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A brief biography of William Wood

According to his tombstone, William Wood was born about 1788, place of birth uncertain. At the age of 16 he joined the 2nd battalion of the 95th Regiment (the Rifle Corps). The 2nd 95th saw considerable action with varying success. In 1807, they fought the Spanish at Monte Video.

2/95th hat badge

In 1808, they had to retreat from Napoleonís army at Corunna in North West Spain and, in 1809, they also had to retreat after the Walcheren Expedition in the Netherlands. Walcheren Island was swampy and about 4,000 of the troops died of malaria compared with 106 in actual battle. The rifle corps made a name for itself in the 1815 Battle of Waterloo where they distinguished themselves by being instrumental in the victory.



    Waterloo medal

of 2/95
In action

From the 2/95th Re-enactment Group www.95th-rifles.co.uk

During his time with the 2/95th he had frequent bouts of illness which could have been due to either malaria caught at Walcheren or injuries suffered on the ill-fated retreat from Corunna.

He was discharged from the 2/95th in  September 1818 and re-enlisted in the Royal Staff Corps six years later in September 1824. During that time it appears that he married Ann Payler, had two children, Mary Ann and James, and learned shoemaking as a trade.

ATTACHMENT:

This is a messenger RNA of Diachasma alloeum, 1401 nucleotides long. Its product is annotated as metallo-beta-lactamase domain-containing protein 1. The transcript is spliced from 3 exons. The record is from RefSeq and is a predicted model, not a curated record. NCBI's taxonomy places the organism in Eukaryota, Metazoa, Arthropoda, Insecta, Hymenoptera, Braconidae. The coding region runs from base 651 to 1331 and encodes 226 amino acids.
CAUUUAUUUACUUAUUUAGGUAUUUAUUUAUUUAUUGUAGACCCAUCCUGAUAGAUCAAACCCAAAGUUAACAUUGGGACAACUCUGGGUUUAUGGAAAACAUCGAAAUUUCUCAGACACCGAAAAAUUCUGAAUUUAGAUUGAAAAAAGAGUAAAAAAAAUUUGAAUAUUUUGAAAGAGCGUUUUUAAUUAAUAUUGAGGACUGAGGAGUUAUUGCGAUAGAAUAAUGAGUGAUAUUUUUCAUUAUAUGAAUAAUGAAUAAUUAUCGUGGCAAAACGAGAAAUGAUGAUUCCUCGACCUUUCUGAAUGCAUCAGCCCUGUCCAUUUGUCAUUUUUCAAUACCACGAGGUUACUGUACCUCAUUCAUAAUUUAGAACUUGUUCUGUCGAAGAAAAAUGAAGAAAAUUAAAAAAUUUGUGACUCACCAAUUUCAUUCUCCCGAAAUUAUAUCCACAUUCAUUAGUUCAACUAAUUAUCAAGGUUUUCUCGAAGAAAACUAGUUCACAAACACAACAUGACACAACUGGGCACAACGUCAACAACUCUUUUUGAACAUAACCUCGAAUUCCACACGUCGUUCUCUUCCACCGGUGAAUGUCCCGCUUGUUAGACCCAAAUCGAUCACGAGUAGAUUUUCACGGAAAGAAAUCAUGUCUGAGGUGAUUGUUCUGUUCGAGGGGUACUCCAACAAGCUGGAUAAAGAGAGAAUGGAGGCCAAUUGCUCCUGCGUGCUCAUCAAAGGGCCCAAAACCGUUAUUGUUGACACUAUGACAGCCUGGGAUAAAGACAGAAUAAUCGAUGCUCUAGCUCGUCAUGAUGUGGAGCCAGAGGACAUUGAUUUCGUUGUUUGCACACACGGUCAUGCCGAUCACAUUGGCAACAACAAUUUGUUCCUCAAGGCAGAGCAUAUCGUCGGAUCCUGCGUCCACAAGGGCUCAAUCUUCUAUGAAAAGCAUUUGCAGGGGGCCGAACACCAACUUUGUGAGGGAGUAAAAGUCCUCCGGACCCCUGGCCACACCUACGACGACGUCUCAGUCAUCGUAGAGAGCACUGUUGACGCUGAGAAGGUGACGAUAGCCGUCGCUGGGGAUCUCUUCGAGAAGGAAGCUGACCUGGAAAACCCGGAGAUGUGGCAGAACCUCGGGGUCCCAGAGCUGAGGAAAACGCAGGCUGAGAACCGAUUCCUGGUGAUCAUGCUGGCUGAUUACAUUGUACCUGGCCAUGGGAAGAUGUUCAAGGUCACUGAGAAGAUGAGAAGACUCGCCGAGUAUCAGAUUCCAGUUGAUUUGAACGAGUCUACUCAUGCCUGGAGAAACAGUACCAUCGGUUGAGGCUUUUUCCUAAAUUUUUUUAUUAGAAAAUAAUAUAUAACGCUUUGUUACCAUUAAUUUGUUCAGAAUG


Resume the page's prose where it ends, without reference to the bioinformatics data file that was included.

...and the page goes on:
In July 1825, William and his brother Thomas  sailed for  New South Wales as Escort to Governor Darling. After his arrival, he was sent to King George Sound in Western Australia to establish a military and penal colony at Frederickstown, now Albany. About a year later he was joined by his wife and two children, who arrived together with Thomasí wife Sarah and their children.

William and Ann

William  and  his  family  returned  to  Sydney  in  December  1828   and   settled   in  Liverpool.   In 1829,  Governor Darling  ordered  that  men  of the Royal Staff Corps could be discharged from the army and settle in Australia. Those doing so would be given a parcel of land large enough to build a town on, a yearís provisions, a collection of tools to help them get started and build a hut, and a cow. To get title of the land, they had to remain on it and cultivate it for seven years. William availed himself of this and was granted some land in Liverpool. After much toing and froing and uncertainty, he seems to have sold it and, instead, obtained 80 acres of land at Bong Bong in 1839 (Rifle Farm), now a polo field stretching between the Wingecarribee River to Eridge Park Rd. Here he raised the remainder of his family. He and Ann are buried at the local Christ Church.

There is ambiguity in the documentation, and it is possible that the 1929 Liverpool land did not involve our William Wood, and his initial grant was at Bong Bong and title passed to him in 1839 after living there for up to ten years.

1. War Office records for the Public Records Office, Kew UK - Research for the Wood family by Colonel Iain Swinnerton
2. John Passmore: Descent - vol 7 part 1 September 1974, Society of Australian Genealogists: The Royal Staff Corps Settlers in Australia 1829
3. The Bridge at Bob's Creek - newsletter from David Wood
4. The Military Establishment at King George Sound J Sweetman, Military Historical Society of WA, 1989.

Acai Berry